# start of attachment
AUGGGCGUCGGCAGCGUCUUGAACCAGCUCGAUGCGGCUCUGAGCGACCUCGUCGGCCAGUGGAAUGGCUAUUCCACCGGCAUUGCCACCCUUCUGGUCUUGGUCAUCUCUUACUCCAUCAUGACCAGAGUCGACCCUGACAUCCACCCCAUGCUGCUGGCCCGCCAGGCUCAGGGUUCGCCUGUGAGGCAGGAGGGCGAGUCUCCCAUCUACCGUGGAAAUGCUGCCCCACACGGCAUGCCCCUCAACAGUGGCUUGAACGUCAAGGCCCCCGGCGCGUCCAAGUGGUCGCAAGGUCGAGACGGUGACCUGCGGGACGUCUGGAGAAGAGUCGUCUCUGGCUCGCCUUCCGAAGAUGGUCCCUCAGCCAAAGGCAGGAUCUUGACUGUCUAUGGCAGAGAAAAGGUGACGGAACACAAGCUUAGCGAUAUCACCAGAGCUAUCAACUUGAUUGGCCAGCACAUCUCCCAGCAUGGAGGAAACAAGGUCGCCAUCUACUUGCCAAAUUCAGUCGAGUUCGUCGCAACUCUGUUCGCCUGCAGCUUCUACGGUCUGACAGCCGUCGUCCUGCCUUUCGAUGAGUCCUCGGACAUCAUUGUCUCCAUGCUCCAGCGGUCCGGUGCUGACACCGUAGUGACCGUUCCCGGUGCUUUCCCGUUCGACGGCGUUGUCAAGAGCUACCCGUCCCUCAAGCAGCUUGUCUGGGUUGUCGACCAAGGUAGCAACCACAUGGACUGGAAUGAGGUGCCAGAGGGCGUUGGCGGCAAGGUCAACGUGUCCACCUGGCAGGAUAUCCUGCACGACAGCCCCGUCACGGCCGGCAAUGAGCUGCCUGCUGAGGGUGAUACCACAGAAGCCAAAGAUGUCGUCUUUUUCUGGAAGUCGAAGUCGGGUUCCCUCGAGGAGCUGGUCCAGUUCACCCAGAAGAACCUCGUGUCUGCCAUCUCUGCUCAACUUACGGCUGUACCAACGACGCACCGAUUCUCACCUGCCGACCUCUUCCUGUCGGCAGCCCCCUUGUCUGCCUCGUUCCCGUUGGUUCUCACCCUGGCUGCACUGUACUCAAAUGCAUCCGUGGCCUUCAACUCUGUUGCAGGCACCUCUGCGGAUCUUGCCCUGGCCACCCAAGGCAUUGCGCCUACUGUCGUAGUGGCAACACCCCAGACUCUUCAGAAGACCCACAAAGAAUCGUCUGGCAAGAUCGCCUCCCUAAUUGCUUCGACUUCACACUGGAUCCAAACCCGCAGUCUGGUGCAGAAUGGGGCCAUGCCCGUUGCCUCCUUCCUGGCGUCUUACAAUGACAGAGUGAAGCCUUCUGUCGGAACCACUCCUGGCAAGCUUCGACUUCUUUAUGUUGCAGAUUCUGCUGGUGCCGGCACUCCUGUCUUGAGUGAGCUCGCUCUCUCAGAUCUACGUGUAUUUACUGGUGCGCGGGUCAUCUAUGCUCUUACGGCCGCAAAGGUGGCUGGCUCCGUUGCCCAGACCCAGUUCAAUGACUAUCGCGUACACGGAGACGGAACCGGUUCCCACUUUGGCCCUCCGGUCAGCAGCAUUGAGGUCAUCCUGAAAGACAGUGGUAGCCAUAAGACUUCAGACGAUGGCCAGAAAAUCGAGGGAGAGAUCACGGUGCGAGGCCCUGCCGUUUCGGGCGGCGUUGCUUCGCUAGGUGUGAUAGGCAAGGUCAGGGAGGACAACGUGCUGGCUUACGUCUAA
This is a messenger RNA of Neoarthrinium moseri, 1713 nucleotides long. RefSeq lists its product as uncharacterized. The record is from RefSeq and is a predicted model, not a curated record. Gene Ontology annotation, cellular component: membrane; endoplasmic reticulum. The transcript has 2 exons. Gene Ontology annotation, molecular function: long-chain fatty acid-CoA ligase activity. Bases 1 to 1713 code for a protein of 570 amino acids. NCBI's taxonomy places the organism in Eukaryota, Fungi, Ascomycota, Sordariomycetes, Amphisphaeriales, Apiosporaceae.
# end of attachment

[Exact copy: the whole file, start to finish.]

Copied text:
AUGGGCGUCGGCAGCGUCUUGAACCAGCUCGAUGCGGCUCUGAGCGACCUCGUCGGCCAGUGGAAUGGCUAUUCCACCGGCAUUGCCACCCUUCUGGUCUUGGUCAUCUCUUACUCCAUCAUGACCAGAGUCGACCCUGACAUCCACCCCAUGCUGCUGGCCCGCCAGGCUCAGGGUUCGCCUGUGAGGCAGGAGGGCGAGUCUCCCAUCUACCGUGGAAAUGCUGCCCCACACGGCAUGCCCCUCAACAGUGGCUUGAACGUCAAGGCCCCCGGCGCGUCCAAGUGGUCGCAAGGUCGAGACGGUGACCUGCGGGACGUCUGGAGAAGAGUCGUCUCUGGCUCGCCUUCCGAAGAUGGUCCCUCAGCCAAAGGCAGGAUCUUGACUGUCUAUGGCAGAGAAAAGGUGACGGAACACAAGCUUAGCGAUAUCACCAGAGCUAUCAACUUGAUUGGCCAGCACAUCUCCCAGCAUGGAGGAAACAAGGUCGCCAUCUACUUGCCAAAUUCAGUCGAGUUCGUCGCAACUCUGUUCGCCUGCAGCUUCUACGGUCUGACAGCCGUCGUCCUGCCUUUCGAUGAGUCCUCGGACAUCAUUGUCUCCAUGCUCCAGCGGUCCGGUGCUGACACCGUAGUGACCGUUCCCGGUGCUUUCCCGUUCGACGGCGUUGUCAAGAGCUACCCGUCCCUCAAGCAGCUUGUCUGGGUUGUCGACCAAGGUAGCAACCACAUGGACUGGAAUGAGGUGCCAGAGGGCGUUGGCGGCAAGGUCAACGUGUCCACCUGGCAGGAUAUCCUGCACGACAGCCCCGUCACGGCCGGCAAUGAGCUGCCUGCUGAGGGUGAUACCACAGAAGCCAAAGAUGUCGUCUUUUUCUGGAAGUCGAAGUCGGGUUCCCUCGAGGAGCUGGUCCAGUUCACCCAGAAGAACCUCGUGUCUGCCAUCUCUGCUCAACUUACGGCUGUACCAACGACGCACCGAUUCUCACCUGCCGACCUCUUCCUGUCGGCAGCCCCCUUGUCUGCCUCGUUCCCGUUGGUUCUCACCCUGGCUGCACUGUACUCAAAUGCAUCCGUGGCCUUCAACUCUGUUGCAGGCACCUCUGCGGAUCUUGCCCUGGCCACCCAAGGCAUUGCGCCUACUGUCGUAGUGGCAACACCCCAGACUCUUCAGAAGACCCACAAAGAAUCGUCUGGCAAGAUCGCCUCCCUAAUUGCUUCGACUUCACACUGGAUCCAAACCCGCAGUCUGGUGCAGAAUGGGGCCAUGCCCGUUGCCUCCUUCCUGGCGUCUUACAAUGACAGAGUGAAGCCUUCUGUCGGAACCACUCCUGGCAAGCUUCGACUUCUUUAUGUUGCAGAUUCUGCUGGUGCCGGCACUCCUGUCUUGAGUGAGCUCGCUCUCUCAGAUCUACGUGUAUUUACUGGUGCGCGGGUCAUCUAUGCUCUUACGGCCGCAAAGGUGGCUGGCUCCGUUGCCCAGACCCAGUUCAAUGACUAUCGCGUACACGGAGACGGAACCGGUUCCCACUUUGGCCCUCCGGUCAGCAGCAUUGAGGUCAUCCUGAAAGACAGUGGUAGCCAUAAGACUUCAGACGAUGGCCAGAAAAUCGAGGGAGAGAUCACGGUGCGAGGCCCUGCCGUUUCGGGCGGCGUUGCUUCGCUAGGUGUGAUAGGCAAGGUCAGGGAGGACAACGUGCUGGCUUACGUCUAA
This is a messenger RNA of Neoarthrinium moseri, 1713 nucleotides long. RefSeq lists its product as uncharacterized. The record is from RefSeq and is a predicted model, not a curated record. Gene Ontology annotation, cellular component: membrane; endoplasmic reticulum. The transcript has 2 exons. Gene Ontology annotation, molecular function: long-chain fatty acid-CoA ligase activity. Bases 1 to 1713 code for a protein of 570 amino acids. NCBI's taxonomy places the organism in Eukaryota, Fungi, Ascomycota, Sordariomycetes, Amphisphaeriales, Apiosporaceae.